Gender Bias (was Evolving language or laziness)

Subject: Gender Bias (was Evolving language or laziness)
From: Beryl Doane <BDoane -at- ENGPO -dot- MSMAILGW -dot- INTERMEC -dot- COM>
Date: Fri, 15 Mar 1996 13:10:00 PST

Enough already!!

The debate about s/he, he/they will continue. Its is
full of emotions, and for now, there is no clear winner.
It continues to pop up every few months. This fact
clearly indicates a perceived problem within our profession
and within the general English-speaking population.

Make a choice. Either you write as an innovator and pioneer
(but with restraint), or you write by the existing rules
(right or wrong).

You can choose to be an early adapter, to join or lead those
who want a change. Grammar rules will continue to lag behind
common usage. Newspapers, journals, and advertisers will
continue to slaughter the English language, no matter what
the defined or common rules are.

<Soapbox ON>
How long has it taken for new terms to become commonly
accepted? Twenty years ago, almost no one knew what a
mouse was (as applies to computers, not rodents). Mainframe,
PC, laptop, I/O card, serial port, astronaut, web page, email,
network, software, flame, spam, the Net, and hundreds of other
words and word usages did not exist in the time of Aristophanes,
Chaucer,Shakespeare, King George III, Edgar Allen Poe, or
H.G. Wells. The very word "computer" meant a *person* who
performed calculations in WWI. By the end of the Korean War,
a computer was a machine, not a human occupation.

You can choose to follow the existing rules and hold them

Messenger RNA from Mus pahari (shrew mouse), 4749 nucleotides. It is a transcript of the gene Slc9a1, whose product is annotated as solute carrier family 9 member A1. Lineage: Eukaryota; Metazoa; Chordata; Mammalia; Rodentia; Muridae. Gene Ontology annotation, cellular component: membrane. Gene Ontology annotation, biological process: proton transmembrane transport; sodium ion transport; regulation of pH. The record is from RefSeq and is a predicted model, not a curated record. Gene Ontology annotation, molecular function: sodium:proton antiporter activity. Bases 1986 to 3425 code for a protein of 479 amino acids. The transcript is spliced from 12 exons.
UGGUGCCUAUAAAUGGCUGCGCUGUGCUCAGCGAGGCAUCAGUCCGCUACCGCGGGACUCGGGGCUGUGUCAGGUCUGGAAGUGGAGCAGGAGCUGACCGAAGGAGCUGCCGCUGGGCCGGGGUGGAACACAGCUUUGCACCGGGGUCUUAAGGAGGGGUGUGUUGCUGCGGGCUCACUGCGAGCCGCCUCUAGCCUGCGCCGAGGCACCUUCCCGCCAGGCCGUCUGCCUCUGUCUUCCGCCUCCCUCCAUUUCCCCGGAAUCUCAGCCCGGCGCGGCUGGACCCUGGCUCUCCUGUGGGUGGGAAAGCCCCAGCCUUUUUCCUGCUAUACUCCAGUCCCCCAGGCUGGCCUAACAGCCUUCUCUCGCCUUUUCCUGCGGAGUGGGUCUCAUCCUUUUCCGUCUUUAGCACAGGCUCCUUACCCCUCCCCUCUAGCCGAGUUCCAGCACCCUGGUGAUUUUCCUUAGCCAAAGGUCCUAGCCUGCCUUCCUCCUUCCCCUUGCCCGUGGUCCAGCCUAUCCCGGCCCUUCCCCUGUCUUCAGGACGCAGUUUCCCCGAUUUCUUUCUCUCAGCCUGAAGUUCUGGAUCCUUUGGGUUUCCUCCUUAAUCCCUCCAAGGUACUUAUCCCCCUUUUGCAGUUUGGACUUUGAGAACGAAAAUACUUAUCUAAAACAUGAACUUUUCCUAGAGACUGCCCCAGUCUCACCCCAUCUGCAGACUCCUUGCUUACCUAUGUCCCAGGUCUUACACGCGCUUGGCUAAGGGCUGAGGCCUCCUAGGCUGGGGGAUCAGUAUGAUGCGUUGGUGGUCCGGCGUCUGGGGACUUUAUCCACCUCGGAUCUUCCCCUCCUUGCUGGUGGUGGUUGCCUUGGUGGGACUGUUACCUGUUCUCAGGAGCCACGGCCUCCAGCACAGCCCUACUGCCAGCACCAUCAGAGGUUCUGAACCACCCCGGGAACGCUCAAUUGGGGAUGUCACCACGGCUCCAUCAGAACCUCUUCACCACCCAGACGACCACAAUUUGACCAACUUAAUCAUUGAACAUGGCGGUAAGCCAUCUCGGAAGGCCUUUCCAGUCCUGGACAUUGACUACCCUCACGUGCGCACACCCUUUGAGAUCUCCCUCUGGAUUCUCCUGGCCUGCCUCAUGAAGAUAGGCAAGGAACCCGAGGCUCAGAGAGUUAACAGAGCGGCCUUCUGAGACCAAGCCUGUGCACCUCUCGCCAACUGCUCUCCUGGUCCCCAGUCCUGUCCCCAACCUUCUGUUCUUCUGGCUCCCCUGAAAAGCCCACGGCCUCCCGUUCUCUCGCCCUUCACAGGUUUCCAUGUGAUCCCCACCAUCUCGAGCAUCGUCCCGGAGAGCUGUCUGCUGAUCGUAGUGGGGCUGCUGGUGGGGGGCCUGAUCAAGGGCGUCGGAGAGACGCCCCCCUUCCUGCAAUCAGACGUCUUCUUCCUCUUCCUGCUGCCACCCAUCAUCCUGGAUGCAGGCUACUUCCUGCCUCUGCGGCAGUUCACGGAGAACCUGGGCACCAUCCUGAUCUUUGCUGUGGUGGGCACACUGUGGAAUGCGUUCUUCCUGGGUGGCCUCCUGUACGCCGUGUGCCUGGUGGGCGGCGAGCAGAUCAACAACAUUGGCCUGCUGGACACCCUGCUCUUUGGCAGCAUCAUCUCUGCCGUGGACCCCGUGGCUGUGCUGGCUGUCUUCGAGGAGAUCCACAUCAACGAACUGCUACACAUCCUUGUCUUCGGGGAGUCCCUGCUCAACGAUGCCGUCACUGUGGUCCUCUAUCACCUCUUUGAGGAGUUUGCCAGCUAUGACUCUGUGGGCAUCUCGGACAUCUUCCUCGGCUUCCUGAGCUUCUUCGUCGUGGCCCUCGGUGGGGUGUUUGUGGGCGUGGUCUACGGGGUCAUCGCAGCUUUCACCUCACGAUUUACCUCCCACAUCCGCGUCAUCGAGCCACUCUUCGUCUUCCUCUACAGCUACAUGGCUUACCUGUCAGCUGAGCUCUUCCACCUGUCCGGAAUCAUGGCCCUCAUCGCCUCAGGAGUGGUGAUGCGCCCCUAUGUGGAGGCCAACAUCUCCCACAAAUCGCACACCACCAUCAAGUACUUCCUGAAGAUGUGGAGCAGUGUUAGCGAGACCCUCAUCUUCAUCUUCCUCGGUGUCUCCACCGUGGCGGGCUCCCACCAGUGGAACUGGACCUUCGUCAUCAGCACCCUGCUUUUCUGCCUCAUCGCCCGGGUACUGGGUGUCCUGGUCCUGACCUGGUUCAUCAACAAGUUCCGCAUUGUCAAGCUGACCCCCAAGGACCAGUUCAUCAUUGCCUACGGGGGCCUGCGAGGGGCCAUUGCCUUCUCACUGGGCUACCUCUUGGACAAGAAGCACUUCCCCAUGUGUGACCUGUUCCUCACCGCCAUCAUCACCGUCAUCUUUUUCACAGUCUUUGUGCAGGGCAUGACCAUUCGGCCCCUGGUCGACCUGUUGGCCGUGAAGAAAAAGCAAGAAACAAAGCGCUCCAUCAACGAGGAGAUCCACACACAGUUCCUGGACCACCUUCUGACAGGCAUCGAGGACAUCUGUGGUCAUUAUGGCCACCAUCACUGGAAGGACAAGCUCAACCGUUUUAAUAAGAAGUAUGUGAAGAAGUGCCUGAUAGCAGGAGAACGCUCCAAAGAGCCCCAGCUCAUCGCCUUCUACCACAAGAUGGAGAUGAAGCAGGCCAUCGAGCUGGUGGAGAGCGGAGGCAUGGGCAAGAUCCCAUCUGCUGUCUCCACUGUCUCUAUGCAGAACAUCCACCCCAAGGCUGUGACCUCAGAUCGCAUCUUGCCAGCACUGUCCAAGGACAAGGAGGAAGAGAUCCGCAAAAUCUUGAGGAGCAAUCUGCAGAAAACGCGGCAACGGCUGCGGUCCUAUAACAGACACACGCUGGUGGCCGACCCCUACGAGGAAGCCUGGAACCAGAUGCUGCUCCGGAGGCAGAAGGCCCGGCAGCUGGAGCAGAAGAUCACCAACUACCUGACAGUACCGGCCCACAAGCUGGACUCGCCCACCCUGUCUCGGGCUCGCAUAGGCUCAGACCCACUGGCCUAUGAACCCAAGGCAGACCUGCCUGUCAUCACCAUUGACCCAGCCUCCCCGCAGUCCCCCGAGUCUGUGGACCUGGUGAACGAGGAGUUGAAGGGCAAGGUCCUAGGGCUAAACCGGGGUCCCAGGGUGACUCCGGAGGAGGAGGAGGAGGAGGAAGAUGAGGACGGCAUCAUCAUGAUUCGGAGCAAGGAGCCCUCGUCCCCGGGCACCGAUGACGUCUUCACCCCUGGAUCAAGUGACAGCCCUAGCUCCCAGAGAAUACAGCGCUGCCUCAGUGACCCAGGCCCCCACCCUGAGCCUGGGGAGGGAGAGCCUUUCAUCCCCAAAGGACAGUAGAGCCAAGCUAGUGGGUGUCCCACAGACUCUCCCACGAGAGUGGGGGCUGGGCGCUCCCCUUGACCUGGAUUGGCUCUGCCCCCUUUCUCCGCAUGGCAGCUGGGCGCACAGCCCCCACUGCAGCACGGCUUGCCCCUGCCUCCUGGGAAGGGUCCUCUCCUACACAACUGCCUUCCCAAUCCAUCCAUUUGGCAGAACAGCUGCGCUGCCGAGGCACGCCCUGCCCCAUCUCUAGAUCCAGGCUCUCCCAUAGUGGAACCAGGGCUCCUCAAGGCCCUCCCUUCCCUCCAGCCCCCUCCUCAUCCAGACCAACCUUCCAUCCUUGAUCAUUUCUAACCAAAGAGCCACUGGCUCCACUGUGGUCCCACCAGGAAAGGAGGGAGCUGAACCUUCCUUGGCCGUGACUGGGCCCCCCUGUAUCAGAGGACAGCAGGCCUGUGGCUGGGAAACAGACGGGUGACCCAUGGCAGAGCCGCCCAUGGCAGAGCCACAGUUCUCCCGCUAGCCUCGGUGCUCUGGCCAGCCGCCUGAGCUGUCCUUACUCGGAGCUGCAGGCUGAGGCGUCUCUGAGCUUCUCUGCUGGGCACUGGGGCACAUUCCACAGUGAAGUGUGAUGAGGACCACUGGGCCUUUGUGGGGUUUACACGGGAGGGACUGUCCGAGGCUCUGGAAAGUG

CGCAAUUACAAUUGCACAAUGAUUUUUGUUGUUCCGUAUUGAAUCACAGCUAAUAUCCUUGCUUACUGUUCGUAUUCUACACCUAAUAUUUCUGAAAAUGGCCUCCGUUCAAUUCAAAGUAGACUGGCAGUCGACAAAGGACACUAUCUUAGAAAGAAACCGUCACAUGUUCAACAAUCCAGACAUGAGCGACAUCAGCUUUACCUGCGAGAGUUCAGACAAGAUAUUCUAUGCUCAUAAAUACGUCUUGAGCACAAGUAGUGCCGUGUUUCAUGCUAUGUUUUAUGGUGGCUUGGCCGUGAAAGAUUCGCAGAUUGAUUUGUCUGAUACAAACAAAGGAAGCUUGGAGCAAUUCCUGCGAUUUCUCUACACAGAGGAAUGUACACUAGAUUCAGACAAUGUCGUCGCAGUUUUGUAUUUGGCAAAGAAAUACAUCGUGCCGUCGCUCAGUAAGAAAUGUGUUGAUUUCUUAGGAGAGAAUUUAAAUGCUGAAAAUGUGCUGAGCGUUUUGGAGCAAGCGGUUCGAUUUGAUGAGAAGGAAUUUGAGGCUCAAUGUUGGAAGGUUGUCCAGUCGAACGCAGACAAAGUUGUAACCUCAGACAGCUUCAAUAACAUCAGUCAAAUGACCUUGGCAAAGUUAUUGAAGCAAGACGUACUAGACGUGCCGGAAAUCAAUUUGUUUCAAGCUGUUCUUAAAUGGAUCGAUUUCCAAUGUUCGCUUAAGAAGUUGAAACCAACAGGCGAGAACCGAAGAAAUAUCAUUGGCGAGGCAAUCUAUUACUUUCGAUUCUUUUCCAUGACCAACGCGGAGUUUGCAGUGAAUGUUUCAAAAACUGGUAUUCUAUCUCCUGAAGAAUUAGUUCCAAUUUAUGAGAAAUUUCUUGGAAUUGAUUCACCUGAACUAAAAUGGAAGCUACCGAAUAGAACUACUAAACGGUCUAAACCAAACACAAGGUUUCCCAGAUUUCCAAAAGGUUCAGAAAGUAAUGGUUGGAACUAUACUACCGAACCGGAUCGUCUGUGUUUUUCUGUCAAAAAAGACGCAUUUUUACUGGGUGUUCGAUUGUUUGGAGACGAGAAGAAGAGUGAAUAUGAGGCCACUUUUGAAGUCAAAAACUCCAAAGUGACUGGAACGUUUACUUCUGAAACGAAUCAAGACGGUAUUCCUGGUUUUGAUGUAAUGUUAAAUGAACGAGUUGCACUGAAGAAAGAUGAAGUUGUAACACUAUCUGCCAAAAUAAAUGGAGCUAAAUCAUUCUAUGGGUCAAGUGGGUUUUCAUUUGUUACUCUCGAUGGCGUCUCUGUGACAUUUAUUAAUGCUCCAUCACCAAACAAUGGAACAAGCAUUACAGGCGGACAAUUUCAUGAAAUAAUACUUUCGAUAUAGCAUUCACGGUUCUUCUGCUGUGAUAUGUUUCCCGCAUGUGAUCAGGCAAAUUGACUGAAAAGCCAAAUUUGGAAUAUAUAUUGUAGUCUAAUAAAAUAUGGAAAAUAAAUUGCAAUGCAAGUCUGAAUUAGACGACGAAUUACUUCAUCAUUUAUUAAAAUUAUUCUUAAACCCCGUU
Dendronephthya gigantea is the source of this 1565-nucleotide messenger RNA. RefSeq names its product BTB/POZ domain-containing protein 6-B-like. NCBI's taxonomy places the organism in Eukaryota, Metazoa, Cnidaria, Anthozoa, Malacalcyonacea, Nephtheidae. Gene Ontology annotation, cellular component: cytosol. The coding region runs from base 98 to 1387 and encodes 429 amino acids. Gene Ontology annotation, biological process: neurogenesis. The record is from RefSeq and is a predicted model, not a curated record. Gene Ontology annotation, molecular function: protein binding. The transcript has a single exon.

sacrosanct. I believe that if you want to argue from the
"this is the rule" camp, you should at least apply ALL the
rules equally, with the same gusto for each one. If you choose
to use "he" to mean "he or she," then you must also defend to
the death the rules on ending sentences with prepositions. You
cannot arbitrarily decree that some rules are bendable and others
are adaptable and still maintain that "this is the rule."

I am tired of the circular logic, as in: English has been fine
for the past 1000 years or so. Your premise is that there never
was a problem and that no one ever had a complaint with the generic
"he". Recent email shows that this is not true, at least for the past
150 years. Also consider that the (overwhelming) majority of the
existing written language before the printing press was *written*
and *preserved* by men, the same mind set that continues to see
no problem with the generic "he." Therefore, where is your historical
evidence that women ever "agreed" to this construct?

Since English did have neutral pronouns in the past, what is
intrinsically wrong with wanting to restore them? What is wrong
with trying to write in a manner that considers the impact of
word choice on the reader?

As a writer, I have a list of words that I do not use when I
write for novices. These words intimidate some readers, obscure
meanings, or simply have no meaning for that audience. I use
language, vocabulary, style, tone, layout, and art to produce
a message that (I hope) is understandable. That is my job.

<Soapbox OFF>

Beryl Doane
Senior Technical Writer
bdoane -at- intermec -dot- com

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